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Hello all! Just picked up a LR3 a couple months back and I'm looking to start doing some mods to it. I've been researching the lift rods but my question is, has anyone had or heard of any issues or damage to the bags when the suspension goes into super extended mode? I'm assuming I would've read about it if so but I wasn't sure how much extra travel the bags had in them. Thanks for any help!
 

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Johnson Rods LR3, LR4 Lift Kit

The lift rods are simple and work great. I have customers that have used them for over five years and are very happy with no problems. Just get an alignment for full time use and you are good to go. Many Land Rover dealers purchase Johnson Rods directly for their clients and do the install themselves. That's a good endorsement for their quality.

Here is a link where you can see a lot of pictures of the lift kit being used.
LR3 Lift Kit, LR4 Lift Kit, Johnson Rods

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With the rods installed, you won't be able to access Super Extended Mode (unless you have been extremely careful about your rod height) but typically the 2" or so that people gain to fit tires eliminates Super Extended Height. If you try to select it, you'll get a suspension fault known as an "Out Of Range" Error. It goes away with a reboot but it sucks to get dumped into normal height when you need the extra clearance the most!

This is not unique to the Johnson Rods. I use the IIDTool for my lifting needs and have the same limitation.
 

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I'd give Lucky8 LLC a look or call (716) 898-8153 last I knew their Proud Rhino Rods where much cheaper and are extremely good quality.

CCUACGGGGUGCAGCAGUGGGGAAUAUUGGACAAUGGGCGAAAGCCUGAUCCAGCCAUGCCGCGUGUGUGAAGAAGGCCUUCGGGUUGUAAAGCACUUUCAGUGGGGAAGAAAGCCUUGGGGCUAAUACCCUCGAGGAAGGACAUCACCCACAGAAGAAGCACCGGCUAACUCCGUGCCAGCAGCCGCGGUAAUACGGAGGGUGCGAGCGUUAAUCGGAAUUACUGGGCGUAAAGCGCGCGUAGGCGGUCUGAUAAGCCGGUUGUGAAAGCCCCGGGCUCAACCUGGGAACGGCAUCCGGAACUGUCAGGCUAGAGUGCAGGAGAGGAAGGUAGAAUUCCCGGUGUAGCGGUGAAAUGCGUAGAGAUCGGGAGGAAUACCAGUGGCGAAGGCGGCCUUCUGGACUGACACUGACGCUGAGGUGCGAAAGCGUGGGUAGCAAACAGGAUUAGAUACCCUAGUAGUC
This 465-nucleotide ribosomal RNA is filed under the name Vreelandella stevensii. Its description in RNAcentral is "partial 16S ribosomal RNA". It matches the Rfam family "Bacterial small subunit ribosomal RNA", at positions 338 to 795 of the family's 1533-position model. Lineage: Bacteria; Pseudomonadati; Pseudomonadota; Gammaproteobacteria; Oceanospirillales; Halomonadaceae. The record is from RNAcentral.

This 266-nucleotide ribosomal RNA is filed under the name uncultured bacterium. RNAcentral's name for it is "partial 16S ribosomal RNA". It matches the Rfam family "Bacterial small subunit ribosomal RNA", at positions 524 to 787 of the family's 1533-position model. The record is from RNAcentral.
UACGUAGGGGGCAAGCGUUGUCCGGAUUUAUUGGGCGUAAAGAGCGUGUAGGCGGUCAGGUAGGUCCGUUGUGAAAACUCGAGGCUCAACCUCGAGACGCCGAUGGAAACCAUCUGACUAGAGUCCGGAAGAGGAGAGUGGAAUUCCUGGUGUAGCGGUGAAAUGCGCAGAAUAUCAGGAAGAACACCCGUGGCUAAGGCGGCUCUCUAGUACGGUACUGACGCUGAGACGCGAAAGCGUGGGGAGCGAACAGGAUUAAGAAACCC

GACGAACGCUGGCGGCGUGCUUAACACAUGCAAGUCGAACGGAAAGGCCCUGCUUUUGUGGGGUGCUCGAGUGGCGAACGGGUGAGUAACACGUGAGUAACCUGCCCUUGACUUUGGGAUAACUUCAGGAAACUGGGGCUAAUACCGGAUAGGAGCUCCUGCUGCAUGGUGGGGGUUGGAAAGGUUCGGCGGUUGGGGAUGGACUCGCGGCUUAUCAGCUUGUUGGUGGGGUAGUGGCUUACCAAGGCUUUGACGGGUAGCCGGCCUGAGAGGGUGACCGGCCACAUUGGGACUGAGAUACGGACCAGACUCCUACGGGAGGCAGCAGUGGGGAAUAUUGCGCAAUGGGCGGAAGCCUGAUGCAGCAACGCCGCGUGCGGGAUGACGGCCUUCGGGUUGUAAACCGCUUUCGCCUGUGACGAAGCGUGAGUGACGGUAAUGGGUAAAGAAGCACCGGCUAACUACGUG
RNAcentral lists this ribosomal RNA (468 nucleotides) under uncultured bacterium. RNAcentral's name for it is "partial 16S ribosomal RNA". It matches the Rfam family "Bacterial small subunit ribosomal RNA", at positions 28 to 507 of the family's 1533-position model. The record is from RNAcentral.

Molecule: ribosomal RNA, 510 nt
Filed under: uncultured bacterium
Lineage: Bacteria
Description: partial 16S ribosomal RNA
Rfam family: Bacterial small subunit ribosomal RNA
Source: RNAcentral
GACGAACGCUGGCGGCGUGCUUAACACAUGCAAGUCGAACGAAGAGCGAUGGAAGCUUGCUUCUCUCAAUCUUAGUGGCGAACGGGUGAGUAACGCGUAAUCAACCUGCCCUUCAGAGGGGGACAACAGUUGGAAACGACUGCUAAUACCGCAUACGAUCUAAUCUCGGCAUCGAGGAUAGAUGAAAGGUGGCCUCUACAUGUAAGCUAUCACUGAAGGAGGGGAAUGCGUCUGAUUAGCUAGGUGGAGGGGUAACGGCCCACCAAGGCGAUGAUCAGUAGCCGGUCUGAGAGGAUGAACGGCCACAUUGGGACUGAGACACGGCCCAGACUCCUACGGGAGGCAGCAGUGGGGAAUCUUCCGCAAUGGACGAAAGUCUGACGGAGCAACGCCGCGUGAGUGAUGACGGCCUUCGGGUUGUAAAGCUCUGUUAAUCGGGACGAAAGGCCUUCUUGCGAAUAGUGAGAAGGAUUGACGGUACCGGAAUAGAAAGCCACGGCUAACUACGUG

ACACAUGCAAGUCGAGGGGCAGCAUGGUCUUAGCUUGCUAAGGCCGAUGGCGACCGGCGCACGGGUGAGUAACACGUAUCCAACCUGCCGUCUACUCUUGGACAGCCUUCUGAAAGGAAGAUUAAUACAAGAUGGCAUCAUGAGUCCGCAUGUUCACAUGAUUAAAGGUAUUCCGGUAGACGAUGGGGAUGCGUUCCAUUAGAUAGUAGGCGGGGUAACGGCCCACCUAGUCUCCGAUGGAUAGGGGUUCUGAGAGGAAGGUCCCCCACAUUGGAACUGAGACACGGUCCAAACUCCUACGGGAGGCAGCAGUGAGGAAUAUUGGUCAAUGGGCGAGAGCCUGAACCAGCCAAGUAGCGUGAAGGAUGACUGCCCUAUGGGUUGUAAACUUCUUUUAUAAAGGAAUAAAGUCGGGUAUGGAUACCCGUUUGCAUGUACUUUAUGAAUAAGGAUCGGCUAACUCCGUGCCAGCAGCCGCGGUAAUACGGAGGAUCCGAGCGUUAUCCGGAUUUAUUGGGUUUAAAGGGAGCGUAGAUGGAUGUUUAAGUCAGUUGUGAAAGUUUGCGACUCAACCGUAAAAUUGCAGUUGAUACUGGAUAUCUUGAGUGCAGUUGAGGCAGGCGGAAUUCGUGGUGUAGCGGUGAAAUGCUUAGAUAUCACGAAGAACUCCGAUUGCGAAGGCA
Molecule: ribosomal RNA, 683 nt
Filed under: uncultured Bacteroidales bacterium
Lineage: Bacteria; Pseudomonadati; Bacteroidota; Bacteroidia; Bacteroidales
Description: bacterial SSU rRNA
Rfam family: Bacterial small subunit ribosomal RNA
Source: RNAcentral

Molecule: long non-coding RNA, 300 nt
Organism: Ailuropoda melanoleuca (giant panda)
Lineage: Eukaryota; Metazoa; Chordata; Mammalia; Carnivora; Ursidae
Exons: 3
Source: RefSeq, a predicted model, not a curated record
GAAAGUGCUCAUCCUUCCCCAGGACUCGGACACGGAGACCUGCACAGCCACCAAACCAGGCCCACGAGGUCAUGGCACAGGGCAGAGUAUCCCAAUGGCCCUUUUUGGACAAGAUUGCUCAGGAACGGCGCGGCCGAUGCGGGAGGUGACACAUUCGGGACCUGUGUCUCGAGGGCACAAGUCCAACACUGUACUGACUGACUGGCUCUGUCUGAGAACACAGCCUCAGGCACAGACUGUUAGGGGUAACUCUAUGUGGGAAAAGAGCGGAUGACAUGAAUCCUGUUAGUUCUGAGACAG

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I just replaced someones Rhino Rods today because they did not like the quality. Not the first time this has happened.
You get what you pay for and cheaper is not always good.
This person got their Rhino Rods as a free gift and still replaced them with Johnson Rods due to quality issues.
BTW, this person is sales manager for a Land Rover dealership.
Johnson Rods are the number one choice of Land Rover dealers and thousands of users around the world in over 45 countries.
 

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Hey Johnson how are those Kevlar MT/Rs working out for you? I like them....but am worried about the lower load rating.
 

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I just replaced someones Rhino Rods today because they did not like the quality. Not the first time this has happened.
You get what you pay for and cheaper is not always good.
This person got their Rhino Rods as a free gift and still replaced them with Johnson Rods due to quality issues.
BTW, this person is sales manager for a Land Rover dealership.
Johnson Rods are the number one choice of Land Rover dealers and thousands of users around the world in over 45 countries.
I was trying to be polite and not bash johnson rods, just offer another option. I would expect better from a vendor.
 

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Uhhh....do you know Johnson's "posting history" on this and other forums? Shameless plugging and bashing of other concepts.

Bottom line, hard to consider "quality" on a part such as this. Not load-bearing; while it moves up and down a little, it is not something that is really going to break or cause problems. Hell I made a few of these mod-rods myself in my garage. Plus, in the vast majority of cases it's just better to go with an IIDTool (or the like) anyway.
 

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Thanks Johnson. I never know what to think about the Load Rating. I mean, on one hand shouldn't it at least be ~half the weight of the vehicle? I know I've been on 2 wheels plenty of times. On the other hand, I worry that you don't know if it's (not rated) high enough....until you know. Which is a bad day.

I'm glad they've worked well for you. I might check back in 2 years when I'm a more serious shopper and my time is up on my conventional MT/Rs.
 

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Uhhh....do you know Johnson's "posting history" on this and other forums? Shameless plugging and bashing of other concepts.